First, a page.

Dr Moyo Appeals For Foreign Currency Allocation To Procure ARVs

HEALTH and Child Care minister, Dr Obhadia Moyo has made a call to treasury to at least grant the National Aids Council (NAC) a preferential interbank rate which allows them to access foreign currency in bulk in order to facilitate procurement of life saving Anti-Retroviral Treatment (ART) drugs.

By Michael Gwarisa recently in Masvingo

Dr Moyo made the plea at the 2019 World Aids Day (WAD) commemorations at Mucheke stadium in Masvingo. Officiating at the event, Dr Moyo bemoaned the absence of adequate foreign currency to purchase drugs from foreign sources which he says could reverse the gains that have already been attained in combating the epidemic.

 Let me talk about talk the need for more resources to support the response. Funding for the response remains a major challenge as we grapple with the economic set back occasioned by poor productive and critically low levels of foreign currency.

“I have been informed that the National Aids Council (NAC) collects millions of dollars but have challenges in accessing foreign currency to procure critical HIV and Non Communicable Diseases (NCDs) drugs and commodities. I am therefore appealing to government to prioritize allocation of foreign currency to NAC to ensure that they do not delay buying the requirements before the money loses value,” said Dr Moyo.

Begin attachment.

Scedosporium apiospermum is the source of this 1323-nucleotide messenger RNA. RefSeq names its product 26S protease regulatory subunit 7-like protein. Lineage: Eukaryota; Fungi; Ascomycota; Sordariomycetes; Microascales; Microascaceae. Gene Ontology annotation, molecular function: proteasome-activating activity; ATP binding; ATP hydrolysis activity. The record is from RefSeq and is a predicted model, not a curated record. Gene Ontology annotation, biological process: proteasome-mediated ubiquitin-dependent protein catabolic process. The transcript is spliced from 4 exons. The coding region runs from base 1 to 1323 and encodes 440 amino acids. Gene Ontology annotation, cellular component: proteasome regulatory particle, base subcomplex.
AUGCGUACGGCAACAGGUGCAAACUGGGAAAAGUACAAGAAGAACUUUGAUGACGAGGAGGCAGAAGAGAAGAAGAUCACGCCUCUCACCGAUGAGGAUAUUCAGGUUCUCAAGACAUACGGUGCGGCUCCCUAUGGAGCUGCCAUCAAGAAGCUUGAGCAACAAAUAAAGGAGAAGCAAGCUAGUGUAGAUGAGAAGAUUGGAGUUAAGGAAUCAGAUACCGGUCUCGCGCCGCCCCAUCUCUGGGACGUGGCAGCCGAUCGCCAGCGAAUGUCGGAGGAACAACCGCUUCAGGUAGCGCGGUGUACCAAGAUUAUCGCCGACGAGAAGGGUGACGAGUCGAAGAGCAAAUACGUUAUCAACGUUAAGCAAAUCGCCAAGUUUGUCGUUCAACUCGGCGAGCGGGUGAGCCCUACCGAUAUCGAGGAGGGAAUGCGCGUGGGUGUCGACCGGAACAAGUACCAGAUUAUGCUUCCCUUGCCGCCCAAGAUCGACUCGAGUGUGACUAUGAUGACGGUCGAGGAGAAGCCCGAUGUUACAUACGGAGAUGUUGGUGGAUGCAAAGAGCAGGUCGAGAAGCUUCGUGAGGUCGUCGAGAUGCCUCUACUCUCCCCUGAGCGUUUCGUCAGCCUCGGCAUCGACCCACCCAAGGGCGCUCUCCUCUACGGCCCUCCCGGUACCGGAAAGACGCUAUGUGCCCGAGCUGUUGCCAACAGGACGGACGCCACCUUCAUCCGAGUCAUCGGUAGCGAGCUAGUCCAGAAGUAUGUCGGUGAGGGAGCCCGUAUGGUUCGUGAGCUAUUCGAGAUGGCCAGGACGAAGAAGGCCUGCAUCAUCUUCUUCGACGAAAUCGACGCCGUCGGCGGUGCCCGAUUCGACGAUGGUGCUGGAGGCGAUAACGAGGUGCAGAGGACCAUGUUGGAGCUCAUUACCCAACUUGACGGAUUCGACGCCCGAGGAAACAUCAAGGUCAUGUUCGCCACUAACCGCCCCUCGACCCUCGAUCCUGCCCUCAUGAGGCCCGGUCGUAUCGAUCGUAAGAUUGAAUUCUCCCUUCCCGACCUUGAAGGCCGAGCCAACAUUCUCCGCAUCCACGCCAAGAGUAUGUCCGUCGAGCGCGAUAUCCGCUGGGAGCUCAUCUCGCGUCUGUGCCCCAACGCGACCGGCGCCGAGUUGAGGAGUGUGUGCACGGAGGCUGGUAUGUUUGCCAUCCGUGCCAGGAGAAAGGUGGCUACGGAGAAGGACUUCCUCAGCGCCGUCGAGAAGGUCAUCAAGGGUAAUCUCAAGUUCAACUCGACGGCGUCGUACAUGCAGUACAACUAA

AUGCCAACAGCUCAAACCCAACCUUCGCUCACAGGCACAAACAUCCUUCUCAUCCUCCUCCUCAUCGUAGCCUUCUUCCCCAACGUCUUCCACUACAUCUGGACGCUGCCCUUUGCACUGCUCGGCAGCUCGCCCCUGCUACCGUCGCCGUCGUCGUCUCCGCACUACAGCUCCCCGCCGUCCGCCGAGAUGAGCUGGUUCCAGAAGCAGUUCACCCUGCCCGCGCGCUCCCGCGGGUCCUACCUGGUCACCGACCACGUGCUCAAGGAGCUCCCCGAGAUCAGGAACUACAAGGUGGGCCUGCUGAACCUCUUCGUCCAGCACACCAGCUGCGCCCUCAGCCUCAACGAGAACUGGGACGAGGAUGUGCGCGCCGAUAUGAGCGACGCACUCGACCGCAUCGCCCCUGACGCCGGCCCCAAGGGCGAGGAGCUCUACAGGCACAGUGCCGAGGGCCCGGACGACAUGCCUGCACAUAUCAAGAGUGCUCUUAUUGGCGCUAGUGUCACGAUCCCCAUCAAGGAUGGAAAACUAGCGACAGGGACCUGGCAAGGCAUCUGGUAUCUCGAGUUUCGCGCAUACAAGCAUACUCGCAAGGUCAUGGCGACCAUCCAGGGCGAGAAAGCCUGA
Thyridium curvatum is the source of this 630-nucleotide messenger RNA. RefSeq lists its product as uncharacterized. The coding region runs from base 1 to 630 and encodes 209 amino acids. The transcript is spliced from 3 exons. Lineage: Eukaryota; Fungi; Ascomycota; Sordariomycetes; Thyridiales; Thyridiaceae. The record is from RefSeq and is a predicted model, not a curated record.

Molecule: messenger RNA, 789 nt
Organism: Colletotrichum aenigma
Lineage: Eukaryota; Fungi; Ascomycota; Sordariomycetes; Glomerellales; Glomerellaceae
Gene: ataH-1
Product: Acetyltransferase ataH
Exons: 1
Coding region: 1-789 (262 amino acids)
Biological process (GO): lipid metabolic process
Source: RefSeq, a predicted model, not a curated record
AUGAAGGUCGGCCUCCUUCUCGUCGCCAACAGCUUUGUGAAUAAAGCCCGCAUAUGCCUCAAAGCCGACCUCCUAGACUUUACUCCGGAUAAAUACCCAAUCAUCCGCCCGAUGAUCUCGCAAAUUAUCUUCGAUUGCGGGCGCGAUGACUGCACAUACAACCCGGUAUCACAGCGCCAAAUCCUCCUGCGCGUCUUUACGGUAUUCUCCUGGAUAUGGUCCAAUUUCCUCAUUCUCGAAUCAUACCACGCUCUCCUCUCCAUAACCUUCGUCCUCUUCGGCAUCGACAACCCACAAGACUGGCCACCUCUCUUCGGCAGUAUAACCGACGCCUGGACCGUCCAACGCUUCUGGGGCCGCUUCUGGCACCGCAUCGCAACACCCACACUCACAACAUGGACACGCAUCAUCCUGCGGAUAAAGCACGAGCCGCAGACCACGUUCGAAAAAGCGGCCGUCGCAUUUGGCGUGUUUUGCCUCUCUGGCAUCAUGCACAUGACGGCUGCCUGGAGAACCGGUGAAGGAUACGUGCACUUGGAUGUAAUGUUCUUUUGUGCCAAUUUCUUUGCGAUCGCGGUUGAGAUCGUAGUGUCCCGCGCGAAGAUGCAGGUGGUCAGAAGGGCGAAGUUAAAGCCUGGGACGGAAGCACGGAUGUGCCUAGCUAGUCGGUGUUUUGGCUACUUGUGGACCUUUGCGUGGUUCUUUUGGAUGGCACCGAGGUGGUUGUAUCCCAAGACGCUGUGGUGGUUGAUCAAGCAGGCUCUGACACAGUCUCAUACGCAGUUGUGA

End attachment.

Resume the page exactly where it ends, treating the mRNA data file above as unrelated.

The National Aids Council is currently getting foreign currency allocation at the prevailing interbank rate which is not significant enough for procuring lifesaving drugs. According to NAC Finance Director, Mr Godfrey Muzari they ZW$85 million up to September from the AIDS Levy but all that is translating into just handful US dollars.

Zimbabwe is one of the sub-Saharan African countries with the greatest access to antiretroviral treatment (ART), with 84% of all people living with HIV on treatment.

Zimbabwe is scaling up viral load testing, which is key to measuring viral suppression. This expansion is partly due to South Africa leveraging its market weight to reduce viral load testing prices to a maximum of US$ 9.40 per test, making it more affordable for low and middle income countries.60 However, budgetary issues, weak infrastructure and capacity challenges means viral load testing is far from routine, and existing facilities are mostly located in cities

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